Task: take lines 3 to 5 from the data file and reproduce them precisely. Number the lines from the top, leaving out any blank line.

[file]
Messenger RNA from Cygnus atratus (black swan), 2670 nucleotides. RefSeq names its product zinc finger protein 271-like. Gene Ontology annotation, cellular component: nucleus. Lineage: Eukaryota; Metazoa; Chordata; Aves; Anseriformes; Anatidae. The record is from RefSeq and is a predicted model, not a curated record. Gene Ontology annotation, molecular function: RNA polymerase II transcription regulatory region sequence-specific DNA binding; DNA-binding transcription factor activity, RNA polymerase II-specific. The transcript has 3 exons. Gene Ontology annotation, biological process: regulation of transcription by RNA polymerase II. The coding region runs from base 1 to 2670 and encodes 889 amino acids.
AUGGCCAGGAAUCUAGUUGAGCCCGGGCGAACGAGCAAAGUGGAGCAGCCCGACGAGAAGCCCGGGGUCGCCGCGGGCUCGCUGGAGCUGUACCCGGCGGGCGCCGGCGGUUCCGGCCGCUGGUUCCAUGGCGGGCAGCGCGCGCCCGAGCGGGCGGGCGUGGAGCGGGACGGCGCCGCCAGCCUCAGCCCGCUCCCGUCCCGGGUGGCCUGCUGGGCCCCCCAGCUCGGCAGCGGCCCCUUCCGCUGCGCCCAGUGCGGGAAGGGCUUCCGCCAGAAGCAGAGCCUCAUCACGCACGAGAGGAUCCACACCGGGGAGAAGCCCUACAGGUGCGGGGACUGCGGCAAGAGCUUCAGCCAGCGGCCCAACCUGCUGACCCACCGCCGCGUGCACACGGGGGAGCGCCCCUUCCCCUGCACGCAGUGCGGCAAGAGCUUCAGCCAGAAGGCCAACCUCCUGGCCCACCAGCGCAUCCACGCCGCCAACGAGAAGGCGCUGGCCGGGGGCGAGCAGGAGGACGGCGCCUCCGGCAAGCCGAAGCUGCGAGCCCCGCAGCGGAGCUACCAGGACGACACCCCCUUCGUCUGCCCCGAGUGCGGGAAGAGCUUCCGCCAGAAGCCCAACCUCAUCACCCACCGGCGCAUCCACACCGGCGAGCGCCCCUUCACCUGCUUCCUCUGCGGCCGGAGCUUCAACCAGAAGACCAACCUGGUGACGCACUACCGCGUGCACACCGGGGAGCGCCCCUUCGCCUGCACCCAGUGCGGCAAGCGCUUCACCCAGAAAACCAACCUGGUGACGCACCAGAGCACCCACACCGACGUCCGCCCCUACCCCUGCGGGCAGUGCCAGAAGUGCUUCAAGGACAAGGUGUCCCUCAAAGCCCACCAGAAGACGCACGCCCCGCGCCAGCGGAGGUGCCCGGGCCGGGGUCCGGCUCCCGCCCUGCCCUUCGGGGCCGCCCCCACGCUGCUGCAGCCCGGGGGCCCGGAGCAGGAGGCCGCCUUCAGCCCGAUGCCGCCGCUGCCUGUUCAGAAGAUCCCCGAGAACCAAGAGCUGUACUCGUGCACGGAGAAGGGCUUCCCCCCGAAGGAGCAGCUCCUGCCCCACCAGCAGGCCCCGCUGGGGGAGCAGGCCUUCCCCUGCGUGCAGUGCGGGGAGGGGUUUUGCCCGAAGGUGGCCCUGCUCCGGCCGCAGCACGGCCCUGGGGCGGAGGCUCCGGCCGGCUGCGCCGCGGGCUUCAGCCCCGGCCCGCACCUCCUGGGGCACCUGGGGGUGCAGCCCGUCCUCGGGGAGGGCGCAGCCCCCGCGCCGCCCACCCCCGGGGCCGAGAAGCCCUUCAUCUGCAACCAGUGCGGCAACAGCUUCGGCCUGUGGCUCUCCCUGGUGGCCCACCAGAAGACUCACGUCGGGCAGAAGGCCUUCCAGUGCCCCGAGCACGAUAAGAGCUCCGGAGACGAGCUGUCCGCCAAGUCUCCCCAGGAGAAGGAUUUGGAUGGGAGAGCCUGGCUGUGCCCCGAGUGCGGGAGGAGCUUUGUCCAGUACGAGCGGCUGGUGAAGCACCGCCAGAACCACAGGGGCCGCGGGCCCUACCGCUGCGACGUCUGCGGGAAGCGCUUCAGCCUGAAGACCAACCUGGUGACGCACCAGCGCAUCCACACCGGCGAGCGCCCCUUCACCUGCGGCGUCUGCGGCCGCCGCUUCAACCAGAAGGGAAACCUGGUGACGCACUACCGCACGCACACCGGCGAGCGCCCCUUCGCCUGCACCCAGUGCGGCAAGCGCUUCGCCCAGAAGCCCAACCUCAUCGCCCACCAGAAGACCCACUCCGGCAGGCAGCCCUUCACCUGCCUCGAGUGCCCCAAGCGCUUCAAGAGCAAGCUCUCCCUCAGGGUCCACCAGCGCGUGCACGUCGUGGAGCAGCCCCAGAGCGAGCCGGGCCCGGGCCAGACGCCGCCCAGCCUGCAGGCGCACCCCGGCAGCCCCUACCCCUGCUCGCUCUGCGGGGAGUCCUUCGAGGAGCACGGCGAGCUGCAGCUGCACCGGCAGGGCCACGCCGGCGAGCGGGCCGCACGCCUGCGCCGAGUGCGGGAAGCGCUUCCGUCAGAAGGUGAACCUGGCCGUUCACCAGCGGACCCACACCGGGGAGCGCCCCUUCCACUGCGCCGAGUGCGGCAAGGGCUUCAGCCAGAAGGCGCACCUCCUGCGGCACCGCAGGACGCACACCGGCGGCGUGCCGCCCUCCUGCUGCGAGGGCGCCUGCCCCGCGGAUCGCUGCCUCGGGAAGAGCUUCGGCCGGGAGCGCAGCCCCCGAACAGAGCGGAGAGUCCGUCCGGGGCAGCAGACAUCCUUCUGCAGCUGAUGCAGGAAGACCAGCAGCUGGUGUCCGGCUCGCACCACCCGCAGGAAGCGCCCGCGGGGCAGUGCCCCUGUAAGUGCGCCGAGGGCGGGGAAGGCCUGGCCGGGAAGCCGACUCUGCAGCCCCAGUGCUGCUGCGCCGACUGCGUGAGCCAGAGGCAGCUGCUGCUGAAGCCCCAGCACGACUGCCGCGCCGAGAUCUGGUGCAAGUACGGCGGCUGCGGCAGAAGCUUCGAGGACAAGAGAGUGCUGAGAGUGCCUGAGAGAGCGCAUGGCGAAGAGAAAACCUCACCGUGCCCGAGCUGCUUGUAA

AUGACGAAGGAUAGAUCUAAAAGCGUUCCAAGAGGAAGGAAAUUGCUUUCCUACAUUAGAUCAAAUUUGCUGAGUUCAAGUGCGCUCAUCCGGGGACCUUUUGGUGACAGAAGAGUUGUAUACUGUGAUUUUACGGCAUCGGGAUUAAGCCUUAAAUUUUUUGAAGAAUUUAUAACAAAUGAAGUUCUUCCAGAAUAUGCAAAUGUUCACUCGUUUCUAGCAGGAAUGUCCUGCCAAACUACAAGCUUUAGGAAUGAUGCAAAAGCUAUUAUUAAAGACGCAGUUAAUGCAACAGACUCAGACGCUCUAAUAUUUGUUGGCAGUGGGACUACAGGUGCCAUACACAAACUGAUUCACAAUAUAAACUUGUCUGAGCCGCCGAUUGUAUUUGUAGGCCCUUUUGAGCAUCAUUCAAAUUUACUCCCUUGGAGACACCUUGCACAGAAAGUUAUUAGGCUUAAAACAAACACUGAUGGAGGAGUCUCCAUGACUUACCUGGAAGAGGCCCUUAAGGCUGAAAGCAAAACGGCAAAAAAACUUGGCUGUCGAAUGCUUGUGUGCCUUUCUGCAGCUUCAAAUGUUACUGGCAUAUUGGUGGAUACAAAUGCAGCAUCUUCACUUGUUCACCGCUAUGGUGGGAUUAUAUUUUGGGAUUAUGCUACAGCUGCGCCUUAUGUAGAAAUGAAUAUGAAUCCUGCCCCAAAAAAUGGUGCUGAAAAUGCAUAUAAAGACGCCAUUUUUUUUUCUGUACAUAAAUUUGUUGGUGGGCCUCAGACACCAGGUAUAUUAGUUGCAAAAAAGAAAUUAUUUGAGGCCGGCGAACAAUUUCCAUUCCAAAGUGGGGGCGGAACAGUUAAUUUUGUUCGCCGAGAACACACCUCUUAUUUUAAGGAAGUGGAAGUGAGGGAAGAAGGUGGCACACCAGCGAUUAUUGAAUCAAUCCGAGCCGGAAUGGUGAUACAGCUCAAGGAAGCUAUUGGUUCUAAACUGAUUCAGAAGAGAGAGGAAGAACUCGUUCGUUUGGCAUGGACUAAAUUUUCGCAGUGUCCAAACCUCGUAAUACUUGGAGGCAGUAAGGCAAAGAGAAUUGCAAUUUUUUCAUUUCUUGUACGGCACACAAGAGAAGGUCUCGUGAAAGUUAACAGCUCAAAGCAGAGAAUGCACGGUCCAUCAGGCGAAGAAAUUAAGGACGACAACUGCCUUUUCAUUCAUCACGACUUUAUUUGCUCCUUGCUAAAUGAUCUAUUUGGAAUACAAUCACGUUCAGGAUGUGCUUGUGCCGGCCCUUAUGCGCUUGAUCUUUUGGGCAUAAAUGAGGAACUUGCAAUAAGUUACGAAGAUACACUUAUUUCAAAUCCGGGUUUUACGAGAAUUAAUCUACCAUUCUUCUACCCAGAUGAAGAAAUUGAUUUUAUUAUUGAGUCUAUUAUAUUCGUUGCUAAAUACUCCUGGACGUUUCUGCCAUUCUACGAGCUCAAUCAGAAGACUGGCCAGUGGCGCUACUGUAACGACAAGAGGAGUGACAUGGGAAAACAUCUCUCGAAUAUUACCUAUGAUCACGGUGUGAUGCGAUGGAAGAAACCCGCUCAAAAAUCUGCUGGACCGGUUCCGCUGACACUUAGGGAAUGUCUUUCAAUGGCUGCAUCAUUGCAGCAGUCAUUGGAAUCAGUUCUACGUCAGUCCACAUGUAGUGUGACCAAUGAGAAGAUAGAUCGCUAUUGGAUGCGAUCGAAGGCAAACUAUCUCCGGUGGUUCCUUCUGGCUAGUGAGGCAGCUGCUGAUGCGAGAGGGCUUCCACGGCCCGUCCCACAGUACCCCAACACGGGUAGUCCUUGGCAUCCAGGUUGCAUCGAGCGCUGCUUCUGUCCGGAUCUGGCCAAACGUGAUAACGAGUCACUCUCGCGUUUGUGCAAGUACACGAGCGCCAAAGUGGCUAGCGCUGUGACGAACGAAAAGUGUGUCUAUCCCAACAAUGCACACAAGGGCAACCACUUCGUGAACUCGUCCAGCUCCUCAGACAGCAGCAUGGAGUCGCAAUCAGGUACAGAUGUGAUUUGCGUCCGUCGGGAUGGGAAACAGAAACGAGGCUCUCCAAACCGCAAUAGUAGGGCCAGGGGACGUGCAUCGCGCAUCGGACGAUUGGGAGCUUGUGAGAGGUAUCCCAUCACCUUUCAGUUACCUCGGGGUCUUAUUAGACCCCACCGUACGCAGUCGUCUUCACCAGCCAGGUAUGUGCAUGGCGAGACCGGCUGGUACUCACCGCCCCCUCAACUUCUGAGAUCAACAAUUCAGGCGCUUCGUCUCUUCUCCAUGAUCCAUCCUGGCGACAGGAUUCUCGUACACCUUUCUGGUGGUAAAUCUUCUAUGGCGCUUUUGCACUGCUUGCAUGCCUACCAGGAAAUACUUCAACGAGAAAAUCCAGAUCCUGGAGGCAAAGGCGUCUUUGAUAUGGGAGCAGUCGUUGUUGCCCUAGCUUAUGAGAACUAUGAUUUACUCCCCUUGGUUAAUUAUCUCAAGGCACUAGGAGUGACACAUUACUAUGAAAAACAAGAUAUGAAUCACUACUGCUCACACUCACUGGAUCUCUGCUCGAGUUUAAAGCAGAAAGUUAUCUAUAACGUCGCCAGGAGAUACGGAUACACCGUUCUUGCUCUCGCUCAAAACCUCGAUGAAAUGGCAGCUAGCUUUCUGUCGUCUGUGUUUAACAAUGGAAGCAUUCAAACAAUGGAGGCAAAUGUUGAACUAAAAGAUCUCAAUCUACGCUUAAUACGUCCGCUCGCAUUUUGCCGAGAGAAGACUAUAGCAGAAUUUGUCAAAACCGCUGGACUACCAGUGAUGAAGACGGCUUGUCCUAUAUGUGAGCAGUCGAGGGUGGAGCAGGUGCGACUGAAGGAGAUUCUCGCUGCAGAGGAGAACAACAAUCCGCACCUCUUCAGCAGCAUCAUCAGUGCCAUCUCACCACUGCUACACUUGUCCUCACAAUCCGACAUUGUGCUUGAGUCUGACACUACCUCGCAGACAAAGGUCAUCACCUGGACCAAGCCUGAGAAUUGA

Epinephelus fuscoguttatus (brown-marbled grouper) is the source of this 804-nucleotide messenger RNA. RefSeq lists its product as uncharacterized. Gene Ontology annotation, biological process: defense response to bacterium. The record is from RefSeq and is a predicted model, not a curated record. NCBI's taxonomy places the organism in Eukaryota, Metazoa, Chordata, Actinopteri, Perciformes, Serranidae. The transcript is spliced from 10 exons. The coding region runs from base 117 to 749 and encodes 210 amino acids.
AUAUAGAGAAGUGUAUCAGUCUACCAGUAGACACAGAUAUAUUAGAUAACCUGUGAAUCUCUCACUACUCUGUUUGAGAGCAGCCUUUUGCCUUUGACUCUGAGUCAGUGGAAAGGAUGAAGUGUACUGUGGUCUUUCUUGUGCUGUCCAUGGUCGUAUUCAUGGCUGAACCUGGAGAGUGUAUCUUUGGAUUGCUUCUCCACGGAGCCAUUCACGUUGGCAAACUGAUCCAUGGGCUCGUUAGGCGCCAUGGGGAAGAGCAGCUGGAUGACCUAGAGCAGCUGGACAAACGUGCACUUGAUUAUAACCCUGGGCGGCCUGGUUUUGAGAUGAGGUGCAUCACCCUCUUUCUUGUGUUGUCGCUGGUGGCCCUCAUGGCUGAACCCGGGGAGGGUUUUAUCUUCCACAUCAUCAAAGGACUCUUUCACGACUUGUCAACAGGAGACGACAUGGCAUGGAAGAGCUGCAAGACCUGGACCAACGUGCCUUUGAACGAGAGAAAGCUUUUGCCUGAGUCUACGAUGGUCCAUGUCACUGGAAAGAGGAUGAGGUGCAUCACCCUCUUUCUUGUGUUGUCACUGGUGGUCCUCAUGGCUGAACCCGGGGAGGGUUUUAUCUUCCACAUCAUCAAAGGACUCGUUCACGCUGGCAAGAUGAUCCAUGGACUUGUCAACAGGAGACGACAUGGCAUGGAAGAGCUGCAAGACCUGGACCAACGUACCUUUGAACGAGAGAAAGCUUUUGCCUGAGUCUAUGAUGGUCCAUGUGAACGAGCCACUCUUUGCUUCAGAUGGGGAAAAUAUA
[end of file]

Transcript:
AUGACGAAGGAUAGAUCUAAAAGCGUUCCAAGAGGAAGGAAAUUGCUUUCCUACAUUAGAUCAAAUUUGCUGAGUUCAAGUGCGCUCAUCCGGGGACCUUUUGGUGACAGAAGAGUUGUAUACUGUGAUUUUACGGCAUCGGGAUUAAGCCUUAAAUUUUUUGAAGAAUUUAUAACAAAUGAAGUUCUUCCAGAAUAUGCAAAUGUUCACUCGUUUCUAGCAGGAAUGUCCUGCCAAACUACAAGCUUUAGGAAUGAUGCAAAAGCUAUUAUUAAAGACGCAGUUAAUGCAACAGACUCAGACGCUCUAAUAUUUGUUGGCAGUGGGACUACAGGUGCCAUACACAAACUGAUUCACAAUAUAAACUUGUCUGAGCCGCCGAUUGUAUUUGUAGGCCCUUUUGAGCAUCAUUCAAAUUUACUCCCUUGGAGACACCUUGCACAGAAAGUUAUUAGGCUUAAAACAAACACUGAUGGAGGAGUCUCCAUGACUUACCUGGAAGAGGCCCUUAAGGCUGAAAGCAAAACGGCAAAAAAACUUGGCUGUCGAAUGCUUGUGUGCCUUUCUGCAGCUUCAAAUGUUACUGGCAUAUUGGUGGAUACAAAUGCAGCAUCUUCACUUGUUCACCGCUAUGGUGGGAUUAUAUUUUGGGAUUAUGCUACAGCUGCGCCUUAUGUAGAAAUGAAUAUGAAUCCUGCCCCAAAAAAUGGUGCUGAAAAUGCAUAUAAAGACGCCAUUUUUUUUUCUGUACAUAAAUUUGUUGGUGGGCCUCAGACACCAGGUAUAUUAGUUGCAAAAAAGAAAUUAUUUGAGGCCGGCGAACAAUUUCCAUUCCAAAGUGGGGGCGGAACAGUUAAUUUUGUUCGCCGAGAACACACCUCUUAUUUUAAGGAAGUGGAAGUGAGGGAAGAAGGUGGCACACCAGCGAUUAUUGAAUCAAUCCGAGCCGGAAUGGUGAUACAGCUCAAGGAAGCUAUUGGUUCUAAACUGAUUCAGAAGAGAGAGGAAGAACUCGUUCGUUUGGCAUGGACUAAAUUUUCGCAGUGUCCAAACCUCGUAAUACUUGGAGGCAGUAAGGCAAAGAGAAUUGCAAUUUUUUCAUUUCUUGUACGGCACACAAGAGAAGGUCUCGUGAAAGUUAACAGCUCAAAGCAGAGAAUGCACGGUCCAUCAGGCGAAGAAAUUAAGGACGACAACUGCCUUUUCAUUCAUCACGACUUUAUUUGCUCCUUGCUAAAUGAUCUAUUUGGAAUACAAUCACGUUCAGGAUGUGCUUGUGCCGGCCCUUAUGCGCUUGAUCUUUUGGGCAUAAAUGAGGAACUUGCAAUAAGUUACGAAGAUACACUUAUUUCAAAUCCGGGUUUUACGAGAAUUAAUCUACCAUUCUUCUACCCAGAUGAAGAAAUUGAUUUUAUUAUUGAGUCUAUUAUAUUCGUUGCUAAAUACUCCUGGACGUUUCUGCCAUUCUACGAGCUCAAUCAGAAGACUGGCCAGUGGCGCUACUGUAACGACAAGAGGAGUGACAUGGGAAAACAUCUCUCGAAUAUUACCUAUGAUCACGGUGUGAUGCGAUGGAAGAAACCCGCUCAAAAAUCUGCUGGACCGGUUCCGCUGACACUUAGGGAAUGUCUUUCAAUGGCUGCAUCAUUGCAGCAGUCAUUGGAAUCAGUUCUACGUCAGUCCACAUGUAGUGUGACCAAUGAGAAGAUAGAUCGCUAUUGGAUGCGAUCGAAGGCAAACUAUCUCCGGUGGUUCCUUCUGGCUAGUGAGGCAGCUGCUGAUGCGAGAGGGCUUCCACGGCCCGUCCCACAGUACCCCAACACGGGUAGUCCUUGGCAUCCAGGUUGCAUCGAGCGCUGCUUCUGUCCGGAUCUGGCCAAACGUGAUAACGAGUCACUCUCGCGUUUGUGCAAGUACACGAGCGCCAAAGUGGCUAGCGCUGUGACGAACGAAAAGUGUGUCUAUCCCAACAAUGCACACAAGGGCAACCACUUCGUGAACUCGUCCAGCUCCUCAGACAGCAGCAUGGAGUCGCAAUCAGGUACAGAUGUGAUUUGCGUCCGUCGGGAUGGGAAACAGAAACGAGGCUCUCCAAACCGCAAUAGUAGGGCCAGGGGACGUGCAUCGCGCAUCGGACGAUUGGGAGCUUGUGAGAGGUAUCCCAUCACCUUUCAGUUACCUCGGGGUCUUAUUAGACCCCACCGUACGCAGUCGUCUUCACCAGCCAGGUAUGUGCAUGGCGAGACCGGCUGGUACUCACCGCCCCCUCAACUUCUGAGAUCAACAAUUCAGGCGCUUCGUCUCUUCUCCAUGAUCCAUCCUGGCGACAGGAUUCUCGUACACCUUUCUGGUGGUAAAUCUUCUAUGGCGCUUUUGCACUGCUUGCAUGCCUACCAGGAAAUACUUCAACGAGAAAAUCCAGAUCCUGGAGGCAAAGGCGUCUUUGAUAUGGGAGCAGUCGUUGUUGCCCUAGCUUAUGAGAACUAUGAUUUACUCCCCUUGGUUAAUUAUCUCAAGGCACUAGGAGUGACACAUUACUAUGAAAAACAAGAUAUGAAUCACUACUGCUCACACUCACUGGAUCUCUGCUCGAGUUUAAAGCAGAAAGUUAUCUAUAACGUCGCCAGGAGAUACGGAUACACCGUUCUUGCUCUCGCUCAAAACCUCGAUGAAAUGGCAGCUAGCUUUCUGUCGUCUGUGUUUAACAAUGGAAGCAUUCAAACAAUGGAGGCAAAUGUUGAACUAAAAGAUCUCAAUCUACGCUUAAUACGUCCGCUCGCAUUUUGCCGAGAGAAGACUAUAGCAGAAUUUGUCAAAACCGCUGGACUACCAGUGAUGAAGACGGCUUGUCCUAUAUGUGAGCAGUCGAGGGUGGAGCAGGUGCGACUGAAGGAGAUUCUCGCUGCAGAGGAGAACAACAAUCCGCACCUCUUCAGCAGCAUCAUCAGUGCCAUCUCACCACUGCUACACUUGUCCUCACAAUCCGACAUUGUGCUUGAGUCUGACACUACCUCGCAGACAAAGGUCAUCACCUGGACCAAGCCUGAGAAUUGA

Epinephelus fuscoguttatus (brown-marbled grouper) is the source of this 804-nucleotide messenger RNA. RefSeq lists its product as uncharacterized. Gene Ontology annotation, biological process: defense response to bacterium. The record is from RefSeq and is a predicted model, not a curated record. NCBI's taxonomy places the organism in Eukaryota, Metazoa, Chordata, Actinopteri, Perciformes, Serranidae. The transcript is spliced from 10 exons. The coding region runs from base 117 to 749 and encodes 210 amino acids.
AUAUAGAGAAGUGUAUCAGUCUACCAGUAGACACAGAUAUAUUAGAUAACCUGUGAAUCUCUCACUACUCUGUUUGAGAGCAGCCUUUUGCCUUUGACUCUGAGUCAGUGGAAAGGAUGAAGUGUACUGUGGUCUUUCUUGUGCUGUCCAUGGUCGUAUUCAUGGCUGAACCUGGAGAGUGUAUCUUUGGAUUGCUUCUCCACGGAGCCAUUCACGUUGGCAAACUGAUCCAUGGGCUCGUUAGGCGCCAUGGGGAAGAGCAGCUGGAUGACCUAGAGCAGCUGGACAAACGUGCACUUGAUUAUAACCCUGGGCGGCCUGGUUUUGAGAUGAGGUGCAUCACCCUCUUUCUUGUGUUGUCGCUGGUGGCCCUCAUGGCUGAACCCGGGGAGGGUUUUAUCUUCCACAUCAUCAAAGGACUCUUUCACGACUUGUCAACAGGAGACGACAUGGCAUGGAAGAGCUGCAAGACCUGGACCAACGUGCCUUUGAACGAGAGAAAGCUUUUGCCUGAGUCUACGAUGGUCCAUGUCACUGGAAAGAGGAUGAGGUGCAUCACCCUCUUUCUUGUGUUGUCACUGGUGGUCCUCAUGGCUGAACCCGGGGAGGGUUUUAUCUUCCACAUCAUCAAAGGACUCGUUCACGCUGGCAAGAUGAUCCAUGGACUUGUCAACAGGAGACGACAUGGCAUGGAAGAGCUGCAAGACCUGGACCAACGUACCUUUGAACGAGAGAAAGCUUUUGCCUGAGUCUAUGAUGGUCCAUGUGAACGAGCCACUCUUUGCUUCAGAUGGGGAAAAUAUA